Broadway Phil Newton
Happy New Year, bluesaholics. May the New Year bring you peace, fortune and a new harmonica. Because harmonicas are the best. Speaking of harmonicas, while it may or may not be the instrument most closely-associated with the blues, the harmonica is in fact of European origin, first developed (depending on whom you believe) either in Germany or England around 1820. Other free reed instruments, operating in similar ways, existed prior to the harmonica, most notably the sheng, which has been around in China for thousands of years. But it was the Germans who first mass-produced these instruments and it was Matthias Hohner, a German clockmaker, who created the most popular versions of the instrument in 1857. Hohner (not Matthias, of course, but his descendants) still makes harmonicas and also manufactures accordions, which are essentially harmonicas with a bellows attached, and which also were developed in England and Germany, not long after the harmonica came along.
So, the harmonica, originally designed to play folksy and classical music, was adapted for use in blues by Southern African-Americans, joining the banjo (which was of African origin) violins, panpipes, drums, bones and jugs (variants of African traditional gourd, bone, wood and skin instruments) and, later, guitars, pianos and brass instruments in the creation of all sorts of African-American music, from ragtime and hokum, to hollers, jump-ups and, just prior to the turn of the 20th Century, the blues.
No one person or place can be credited with creating the blues, but one could argue that what we call blues first developed in the Mississippi Delta. Many credit musicians living on the massive Dockery Plantation with developing the style we recognize as blues, notably a guitarist named Henry Sloan and his pupil, the incendiary performer, Charlie Patton and in turn his student and sideman, the masterful Willie Brown, all of them from or near the Dockery Plantation, honing their craft around the turn of the 20th Century. It was certainly their style of Delta blues that inspired WC Handy the “father of the blues” to write down, chart, publish and popularize the music we call blues, commencing in Memphis in the years prior to WW I and continuing a career that spanned decades, well into the late 1940s. He even lived and taught here in the Northwest. Handy’s St. Louis Blues (“I hate to see that evening sun go down….”), published in 1914, while not the first blues song was the first massive blues hit and can be credited with firmly establishing the genre.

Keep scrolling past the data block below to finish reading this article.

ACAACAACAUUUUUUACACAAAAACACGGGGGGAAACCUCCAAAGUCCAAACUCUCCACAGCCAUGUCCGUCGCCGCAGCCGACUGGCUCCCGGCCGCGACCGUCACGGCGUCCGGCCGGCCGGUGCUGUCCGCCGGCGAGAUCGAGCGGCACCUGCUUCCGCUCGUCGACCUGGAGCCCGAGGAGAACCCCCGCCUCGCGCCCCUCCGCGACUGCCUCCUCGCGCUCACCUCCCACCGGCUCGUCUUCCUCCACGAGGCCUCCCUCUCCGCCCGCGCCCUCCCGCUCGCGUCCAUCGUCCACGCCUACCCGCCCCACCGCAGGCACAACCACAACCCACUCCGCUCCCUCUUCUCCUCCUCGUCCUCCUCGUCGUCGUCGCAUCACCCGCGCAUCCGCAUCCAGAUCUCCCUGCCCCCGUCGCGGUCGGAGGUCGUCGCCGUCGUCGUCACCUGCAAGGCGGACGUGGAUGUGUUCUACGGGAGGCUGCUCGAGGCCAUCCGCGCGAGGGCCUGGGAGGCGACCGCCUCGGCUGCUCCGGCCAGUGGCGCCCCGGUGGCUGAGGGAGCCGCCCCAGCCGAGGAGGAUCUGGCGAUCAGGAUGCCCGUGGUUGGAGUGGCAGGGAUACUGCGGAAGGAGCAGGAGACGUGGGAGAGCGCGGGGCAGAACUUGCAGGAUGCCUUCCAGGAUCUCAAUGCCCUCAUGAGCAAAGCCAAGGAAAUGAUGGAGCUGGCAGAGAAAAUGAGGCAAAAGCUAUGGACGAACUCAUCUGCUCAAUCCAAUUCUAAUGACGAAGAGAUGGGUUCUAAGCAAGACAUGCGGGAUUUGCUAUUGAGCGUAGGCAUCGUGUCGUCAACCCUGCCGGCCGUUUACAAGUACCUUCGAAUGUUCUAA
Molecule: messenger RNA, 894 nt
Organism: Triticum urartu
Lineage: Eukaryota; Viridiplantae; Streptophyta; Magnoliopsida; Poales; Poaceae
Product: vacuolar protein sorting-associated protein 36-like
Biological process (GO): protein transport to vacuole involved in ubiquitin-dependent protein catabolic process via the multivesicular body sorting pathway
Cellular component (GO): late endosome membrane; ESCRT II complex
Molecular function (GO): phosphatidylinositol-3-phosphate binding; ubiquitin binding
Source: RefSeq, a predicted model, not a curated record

So however we judge its origins, the blues is a relatively new music and the harmonica is also relatively new. They did not begin in the same place, but they wound up in the right place and the right time and, wedded to the other instruments of their era, blasted out of the South and across the globe, forging the roots of all the popular music we enjoy today. Not bad for a little box of reeds and some guys and gals with guitars.
Blues n Roots Calendar:
David Pinsky and I have the following dates: January 10, Belle Fiore Winery, 5 pm; January 12, Schmidt Winery 5 pm; January 13, Smithfield's Pub & Pies, 8 pm; January 18, Bella Union 7 pm; January 19,20 Bella Union 8 pm; January 26, Laughing Clam Rhythm Kings with Phil; January 27 David and Phil Duo, Laughing Clam 6 pm; February 7, RoxyAnn Winery 6 pm; February 10, Smithfield's Pub & Pies 8 pm. David and Phil also teach blues and harmonica at Logos School on January 25.
January 6, Mercy Duo is at The Laughing Clam at 6 PM; January 12 they are at Belle Fiore, 5 PM; January 19 Mercy featuring Lynda Morrison is at RoxyAnn, 6 PM; January 27, Mercy featuring Lynda Morrison is at Boomtown 8:30 PM.
Shybo Torres and Ring of Trees are at Habañeros on January 19th and 20th.
On January 13 the Frankie Hernandez Band is at Howiees, 9 PM.
Allison Scull and Victor Martin play January 23 in Mount Shasta at Lucille's Tavolino and February 14, Valentine's Day Performance at the Vintage Wine Bar and Restaurant, Redding
The Sound Lounge Jam is on Sunday January 7, and Sunday, February 4, beginning at 4:00 PM.
"The Blues Society," formerly the Jefferson State Blues Society, begins its first and third Sunday jams July 2 at the Anderson Moose Lodge, 5pm. “Wankers welcome.”
The Ashland Blues Society jams at the Grape Street Bar & Grill in Medford are on the second and fourth Tuesdays of the month. They run from 6:30 to 9:30. On January 9 the host band is Nancy Mac; January 23 it’s Barrelhouse.
The G Spot in Kerby has jams every Thursday at 7:00 PM. B Wishes usually hosts, with occasional hosting by Kevin Widdison. These jams feature a lot of great roots, singer/songwriter and folk artists.
The Cedarwood Jams in Grants Pass are hosted by AJ on the first and third Thursdays of the month, starting at 7:00 PM.
Robbie Dacosta has Sunday Open Mic Every Sunday at Jefferson Spirits, 404 E. Main St., Medford; every Monday at Smithfield's Pub & Pies, 23 2nd St., Ashland; Robbie Dacosta & Friends, Brickroom on Wednesdays.
That’s it for the first month of 2018, Bluesniks. Be sure to stay in touch with me at firstname.lastname@example.org or on facebook. Peace, love and harmonicas in the New Year.